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# Considering the ROI for players drafted 2012-2017

Broncos’ biggest return on investment comes from players drafted in the late rounds.

I was planning to do a follow-up article on DERPP next, but the discussion after that first article led to some very interesting ideas about how else we could evaluate return on investment (ROI) from teams’ draft picks.

So I have chosen to use Approximate Value (AV), a metric developed by pro-football-reference.com, to assign every player’s value to his team every year. Because of this, they have been able to figure out the average career value for players drafted at every spot in the draft.

The method I will use will normalize high draft picks (since you SHOULD get good performance out of them) and low draft picks (since very little is expected from them). I could have used the “Jimmy Johnson” draft slot values for this, but decided against it since they overvalue the top 15 picks, and there is no value to put in the numerator if we use that measure of draft slot value.

So what’s the method?

Drafted player AV divided by player’s expected career AV

Using drafted player AV means that you only count the value generated for the team that drafted the player. Malik Jackson has a career AV of 37, but only 17 of that was generated while he was a Bronco. Jackson was drafted as the 137th pick in 2012. The expected career AV for the 137th pick is 3.3 so Malik’s ROI to the Broncos is 17/3.3 or 5.15.

Let’s look at two other examples of this method. Andrew Luck was taken with the first overall pick in 2012. The expected career AV for the first pick in the draft is 34.6. Luck has a career AV of 59. So the Colts have gotten 59/34.6 or 1.71 ROI out of their selection of Luck.

The Broncos selected Trevor Siemian with the 250th pick in the 2015 draft. The average career AV for the 250th pick is 0.1 (most 7th round picks play very little in NFL games). Siemian has a career AV of 13, so his ROI for the Broncos is 13/0.1 or 130. In other words, the Broncos got “decent” return on a tiny draft investment.

Now, unlike DERPP, this does not look at the quality of his play (although Siemian’s AV of 4 in 2017 was the lowest AV in the league for a QB with 10 or more starts). Se let’s look at the ROI for every draft pick from 2012-2017 for the Broncos.

 Player AV by draft slot AV with DEN ROI Garett Bolles 15.5 6 0.39 DeMarcus Walker 9.6 1 0.10 Carlos Henderson 6.5 0 0.00 Brendan Langley 5.2 1 0.19 Jake Butt 2.9 0 0.00 Isaiah McKenzie 1.8 0 0.00 De'Angelo Henderson 0.8 0 0.00 Chad Kelly 0.1 0 0.00 Paxton Lynch 13.9 2 0.14 Adam Gotsis 8.2 8 0.98 Justin Simmons 5.4 7 1.30 Devontae Booker 3.3 8 2.42 Connor McGovern 3 3 1.00 Andy Janovich 1.7 1 0.59 Will Parks 0.3 4 13.33 Riley Dixon 0.1 4 40.00 Shane Ray 14.6 11 0.75 Ty Sambrailo 8.6 3 0.35 Jeff Heuerman 5.8 2 0.34 Max Garcia 3.5 14 4.00 Lorenzo Doss 2.1 0 0.00 Darius Kilgo 0.8 2 2.50 Trevor Siemian 0.1 13 130.00 Taurean Nixon 0.1 0 0.00 Josh Furman 0.1 0 0.00 Bradley Roby 12.7 10 0.79 Cody Latimer 9 3 0.33 Michael Schofield 5.6 13 2.32 Lamin Barrow 2.4 1 0.42 Matt Paradis 0.6 17 28.33 Corey Nelson 0.1 6 60.00 Sylvester Williams 13.4 22 1.64 Montee Ball 8.7 8 0.92 Kayvon Webster 5.9 4 0.68 Quanterus Smith 2.9 1 0.34 Tavarres King 2.2 0 0.00 Vinston Painter 1.8 0 0.00 Zac Dysert 0.1 0 0.00 Derek Wolfe 11.8 36 3.05 Brock Osweiler 8.9 7 0.79 Ronnie Hillman 7.8 15 1.92 Omar Bolden 5.2 5 0.96 Philip Blake 4.8 0 0.00 Malik Jackson 3.3 15 4.55 Danny Trevathan 1.3 20 15.38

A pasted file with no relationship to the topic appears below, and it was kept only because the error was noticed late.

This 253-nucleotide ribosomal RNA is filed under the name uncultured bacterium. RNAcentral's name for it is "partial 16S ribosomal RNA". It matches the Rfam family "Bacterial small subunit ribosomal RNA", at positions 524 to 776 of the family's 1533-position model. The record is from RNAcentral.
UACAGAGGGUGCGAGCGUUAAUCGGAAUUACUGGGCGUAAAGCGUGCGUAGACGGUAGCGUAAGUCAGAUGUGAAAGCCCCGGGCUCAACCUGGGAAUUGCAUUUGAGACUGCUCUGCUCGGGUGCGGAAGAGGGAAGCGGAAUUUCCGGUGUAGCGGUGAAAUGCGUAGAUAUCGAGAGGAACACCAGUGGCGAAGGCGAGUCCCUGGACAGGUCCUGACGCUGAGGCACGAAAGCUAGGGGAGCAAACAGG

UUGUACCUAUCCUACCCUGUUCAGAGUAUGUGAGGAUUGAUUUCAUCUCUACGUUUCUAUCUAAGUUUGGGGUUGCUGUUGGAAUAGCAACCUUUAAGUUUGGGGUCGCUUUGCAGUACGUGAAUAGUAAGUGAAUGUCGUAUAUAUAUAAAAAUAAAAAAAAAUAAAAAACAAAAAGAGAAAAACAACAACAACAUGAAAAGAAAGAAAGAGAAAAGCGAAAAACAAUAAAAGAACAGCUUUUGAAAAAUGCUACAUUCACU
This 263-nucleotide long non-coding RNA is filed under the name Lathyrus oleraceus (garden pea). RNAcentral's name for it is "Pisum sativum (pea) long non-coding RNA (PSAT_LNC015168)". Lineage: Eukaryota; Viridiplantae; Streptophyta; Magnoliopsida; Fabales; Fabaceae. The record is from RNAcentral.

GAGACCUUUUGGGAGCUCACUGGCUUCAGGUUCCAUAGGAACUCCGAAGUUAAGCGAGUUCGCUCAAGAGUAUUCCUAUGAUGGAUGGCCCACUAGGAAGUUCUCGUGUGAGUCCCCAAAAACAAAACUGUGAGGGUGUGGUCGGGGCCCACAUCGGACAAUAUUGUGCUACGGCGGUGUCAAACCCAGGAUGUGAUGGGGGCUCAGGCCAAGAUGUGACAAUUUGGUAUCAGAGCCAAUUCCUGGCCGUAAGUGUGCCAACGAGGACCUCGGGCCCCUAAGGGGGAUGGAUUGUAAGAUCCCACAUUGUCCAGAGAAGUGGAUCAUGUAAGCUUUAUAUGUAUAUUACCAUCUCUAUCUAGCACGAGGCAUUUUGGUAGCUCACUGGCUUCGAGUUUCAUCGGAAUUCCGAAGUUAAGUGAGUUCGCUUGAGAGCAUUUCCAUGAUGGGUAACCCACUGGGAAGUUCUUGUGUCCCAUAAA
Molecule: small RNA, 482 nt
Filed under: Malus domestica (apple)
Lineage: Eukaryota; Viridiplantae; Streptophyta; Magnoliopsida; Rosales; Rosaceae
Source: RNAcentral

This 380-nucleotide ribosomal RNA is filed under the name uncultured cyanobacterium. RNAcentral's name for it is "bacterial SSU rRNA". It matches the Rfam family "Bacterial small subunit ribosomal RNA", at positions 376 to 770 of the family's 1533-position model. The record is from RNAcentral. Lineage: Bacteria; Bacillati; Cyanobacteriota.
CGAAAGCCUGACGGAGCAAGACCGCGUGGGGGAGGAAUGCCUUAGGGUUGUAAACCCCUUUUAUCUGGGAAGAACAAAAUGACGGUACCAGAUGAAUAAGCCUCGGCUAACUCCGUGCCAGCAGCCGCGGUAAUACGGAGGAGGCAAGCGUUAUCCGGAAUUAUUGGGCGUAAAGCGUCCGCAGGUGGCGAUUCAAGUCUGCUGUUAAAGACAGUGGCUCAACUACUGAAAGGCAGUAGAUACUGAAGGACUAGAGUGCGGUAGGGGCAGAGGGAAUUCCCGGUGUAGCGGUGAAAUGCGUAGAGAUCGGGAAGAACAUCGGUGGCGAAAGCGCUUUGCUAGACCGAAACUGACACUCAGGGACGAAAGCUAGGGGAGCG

Keep in mind that this is a now-look, so that players who have only been in the league one or two years (even if they have played quite a bit), probably have not shown large ROIs unless they have torn it up (and frankly, most of our draft picks have not done that recently).

We see that the biggest ROIs the Broncos have, not surprisingly, come from late-round picks, with Siemian, Corey Nelson, Riley Dixon, Matt Paradis, Danny Trevathan and Will Parks as the only players with an ROI > 10.

One of the reasons that I DON’T really like AV as a measure of value to the team is that you can get results like this where Malik Jackson and Max Garcia are shown to have essentially the same ROI for the team. This is decidedly not the case.

So now let’s see how the entire league has done from an ROI standpoint 2012-2017:

 Rank Team Total Draft ROI Total Draft Capital by AV 1 SEA 380 232.7 2 CHI 323 272.8 3 DEN 321 222.5 4 PHI 304 271.5 5 PIT 289 235.9 6 NYJ 218 289.9 7 OAK 216 252.7 8 MIA 212 283.6 9 SFO 197 308.9 10 DET 196 265.2 11 MIN 193 281.5 12 NWE 192 212.1 13 NYG 189 248.7 14 ATL 187 227.0 15 BUF 186 261.1 16 IND 179 240.5 17 CIN 174 291.2 18 GNB 153 240.0 19 BAL 149 285.3 20 LAR 148 329.4 21 KAN 141 261.0 22 HOU 127 276.0 23 TEN 125 326.3 24 CLE 104 402.6 25 WAS 104 253.4 26 JAX 91 335.8 27 ARI 82 244.4 28 DAL 74 247.7 29 CAR 67 234.5 30 LAC 67 260.0 31 TAM 54 279.2 32 NOR 48 249.8

You’ll notice that I have also summed the total amount of draft capital that each team has had to spend over these six drafts. Denver has had the third least amount of draft capital (by summed expected Career AV), but has gotten the third most ROI from its draft picks.

Now, before you start screaming about this in the comments, I will fully own that this ROI metric assigns way more value to the play of Trevor Siemian than I would like. You will note that he accounts for 130 of the team’s total of 321. In fact, by this metric Siemian provided more ROI by himself than 11 teams got from ALL of their draft picks combined.

As such, I thought about injecting some kind of scaler into this ROI metric to “soften” the impact of day-three draftees, but I decided against it. Feel free to debate/discuss this with me in the comments.

### Poll

#### Did you expect the Broncos ROI for 2012-2017 to be this high?

This poll is closed